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Maryland Department of Health urges residents to follow safety tips, take precautions amid extreme cold forecast

December 22nd, 2022 by WCBC Radio

Maryland will see bitter cold temperatures across the state this holiday weekend, with winter storm warnings and advisories in effect today for Allegany, Frederick, Garrett, and Washington Counties. In addition, dangerously cold wind chills will be possible Friday morning through Saturday evening across much of the state. The Maryland Department of Health (MDH) encourages residents to prepare and protect themselves. 


“With a severe cold forecast for the state this weekend, now is the time to make sure you have a plan to help keep yourself and your loved ones healthy and safe,” said Deputy Secretary for Public Health Dr. Jinlene Chan. “Take precautions and dress appropriately. Keep a cold weather emergency kit close by and stay informed about any changes in the weather. Also, be sure to check on neighbors and relatives, especially the elderly who are more susceptible to cold-related illnesses.”


From November through March, the MDH Office of Preparedness and Response (OP&R) monitors temperature, weather conditions and incidence of cold-related illnesses and deaths in the state. During the 2021-2022 winter weather season, MDH reported 45 cold-related deaths.


Cold-related illness includes conditions like hypothermia and frostbite. Hypothermia occurs when the body’s temperature falls below 95 degrees Fahrenheit. Frostbite is the freezing and destruction of body tissue that occurs when skin temperature is below 32 degrees Fahrenheit. Body parts that are most likely to freeze include toes, fingers, ears, cheeks and the tip of the nose.


Follow these tips to protect yourself: 

  • Cover your head. You lose as much as 50% of your body heat through your head. Also, cover your mouth with a scarf to protect your lungs from direct cold air, as well as your ears and lower part of your face.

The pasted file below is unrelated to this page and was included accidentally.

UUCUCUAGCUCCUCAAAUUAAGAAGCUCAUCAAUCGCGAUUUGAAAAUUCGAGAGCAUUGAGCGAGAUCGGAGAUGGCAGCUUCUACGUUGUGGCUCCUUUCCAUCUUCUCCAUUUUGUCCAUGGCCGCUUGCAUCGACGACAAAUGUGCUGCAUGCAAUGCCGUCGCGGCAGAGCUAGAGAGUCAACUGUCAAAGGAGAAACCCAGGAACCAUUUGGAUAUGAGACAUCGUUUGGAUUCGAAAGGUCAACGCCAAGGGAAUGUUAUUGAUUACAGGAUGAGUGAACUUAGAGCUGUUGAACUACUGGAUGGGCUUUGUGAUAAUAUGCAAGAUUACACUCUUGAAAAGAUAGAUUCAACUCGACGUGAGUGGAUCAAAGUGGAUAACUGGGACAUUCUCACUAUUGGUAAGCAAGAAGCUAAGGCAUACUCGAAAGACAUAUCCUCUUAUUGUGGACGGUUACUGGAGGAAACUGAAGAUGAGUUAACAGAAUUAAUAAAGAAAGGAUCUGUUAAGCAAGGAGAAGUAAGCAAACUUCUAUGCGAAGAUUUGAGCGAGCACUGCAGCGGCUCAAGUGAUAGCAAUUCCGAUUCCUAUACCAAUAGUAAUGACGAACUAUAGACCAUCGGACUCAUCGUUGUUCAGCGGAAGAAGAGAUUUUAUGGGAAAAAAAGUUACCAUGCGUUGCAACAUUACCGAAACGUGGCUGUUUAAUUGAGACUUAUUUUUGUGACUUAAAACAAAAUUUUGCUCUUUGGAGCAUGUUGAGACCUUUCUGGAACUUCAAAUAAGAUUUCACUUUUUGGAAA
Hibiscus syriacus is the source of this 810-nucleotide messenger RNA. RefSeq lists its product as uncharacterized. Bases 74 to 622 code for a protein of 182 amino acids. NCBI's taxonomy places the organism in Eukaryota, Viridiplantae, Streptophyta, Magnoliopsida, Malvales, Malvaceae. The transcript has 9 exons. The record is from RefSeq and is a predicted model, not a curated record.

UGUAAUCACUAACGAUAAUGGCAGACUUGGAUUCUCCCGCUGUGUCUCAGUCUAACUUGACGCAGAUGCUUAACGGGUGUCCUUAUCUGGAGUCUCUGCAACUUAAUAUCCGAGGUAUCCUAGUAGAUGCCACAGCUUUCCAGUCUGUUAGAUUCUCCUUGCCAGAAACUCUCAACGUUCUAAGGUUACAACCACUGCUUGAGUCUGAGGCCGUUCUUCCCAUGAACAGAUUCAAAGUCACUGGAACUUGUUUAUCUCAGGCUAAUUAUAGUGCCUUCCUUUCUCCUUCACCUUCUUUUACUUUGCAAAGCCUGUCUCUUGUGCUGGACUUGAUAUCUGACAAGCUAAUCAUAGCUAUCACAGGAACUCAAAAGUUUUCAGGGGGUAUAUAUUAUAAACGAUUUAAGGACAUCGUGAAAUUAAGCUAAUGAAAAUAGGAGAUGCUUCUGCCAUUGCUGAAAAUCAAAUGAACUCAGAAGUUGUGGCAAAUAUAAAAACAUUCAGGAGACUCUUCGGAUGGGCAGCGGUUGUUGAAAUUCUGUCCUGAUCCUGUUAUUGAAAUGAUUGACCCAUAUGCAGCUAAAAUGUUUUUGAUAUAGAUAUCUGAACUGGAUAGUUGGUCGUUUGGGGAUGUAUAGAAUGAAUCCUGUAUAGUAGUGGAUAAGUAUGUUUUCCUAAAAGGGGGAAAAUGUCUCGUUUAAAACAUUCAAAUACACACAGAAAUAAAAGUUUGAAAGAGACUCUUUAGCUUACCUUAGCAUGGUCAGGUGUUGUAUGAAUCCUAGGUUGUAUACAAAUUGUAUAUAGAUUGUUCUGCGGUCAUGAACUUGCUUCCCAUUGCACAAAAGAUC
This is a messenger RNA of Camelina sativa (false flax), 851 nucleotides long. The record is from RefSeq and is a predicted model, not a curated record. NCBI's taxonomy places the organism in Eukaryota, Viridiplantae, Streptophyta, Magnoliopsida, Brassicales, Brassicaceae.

• Wear several layers of lightweight, loose-fitting clothing. The air between the layers acts as insulation to keep you warmer.
  • Wear mittens rather than fingered gloves. The close contact of fingers helps keep your hands warm.
  • Wear warm leg coverings and heavy socks or two pairs of lightweight socks.
  • Wear waterproof boots or sturdy shoes to keep your feet warm and dry.
  • Be alert to such common winter hazards as carbon monoxide (CO) poisoning and injuries from heat sources. 
    • CO is produced by small gasoline engines, stoves, generators, lanterns and gas ranges or by the burning of charcoal and wood. 
    • This colorless, odorless gas can cause severe illness and death. Heating sources can also cause fires, electrical injuries and burns if not correctly installed, operated and maintained.
  • Review your family emergency communications plan and emergency supply kits for homes and vehicles. 
    • Each family member should know what to do and how to contact others in an emergency. The home emergency supply kit should include unexpired food items, medical supplies and batteries. 
    • Vehicles should contain such items as heavy blankets, water, nonperishable food, a flashlight and a snow shovel. More information on emergency preparedness is available here.

Residents in need of warming centers are encouraged to reach out to their local health department or call 2-1-1 and provide their county location and zip code to get information about warming center locations, hours of operation and available accommodations. 


More resources to help stay safe in cold weather — including cold-related illness surveillance reports, information about how to prevent cold-related illnesses, how to safely heat your home and how to drive safely in winter weather — are available via the OP&R Extreme Cold Resources page: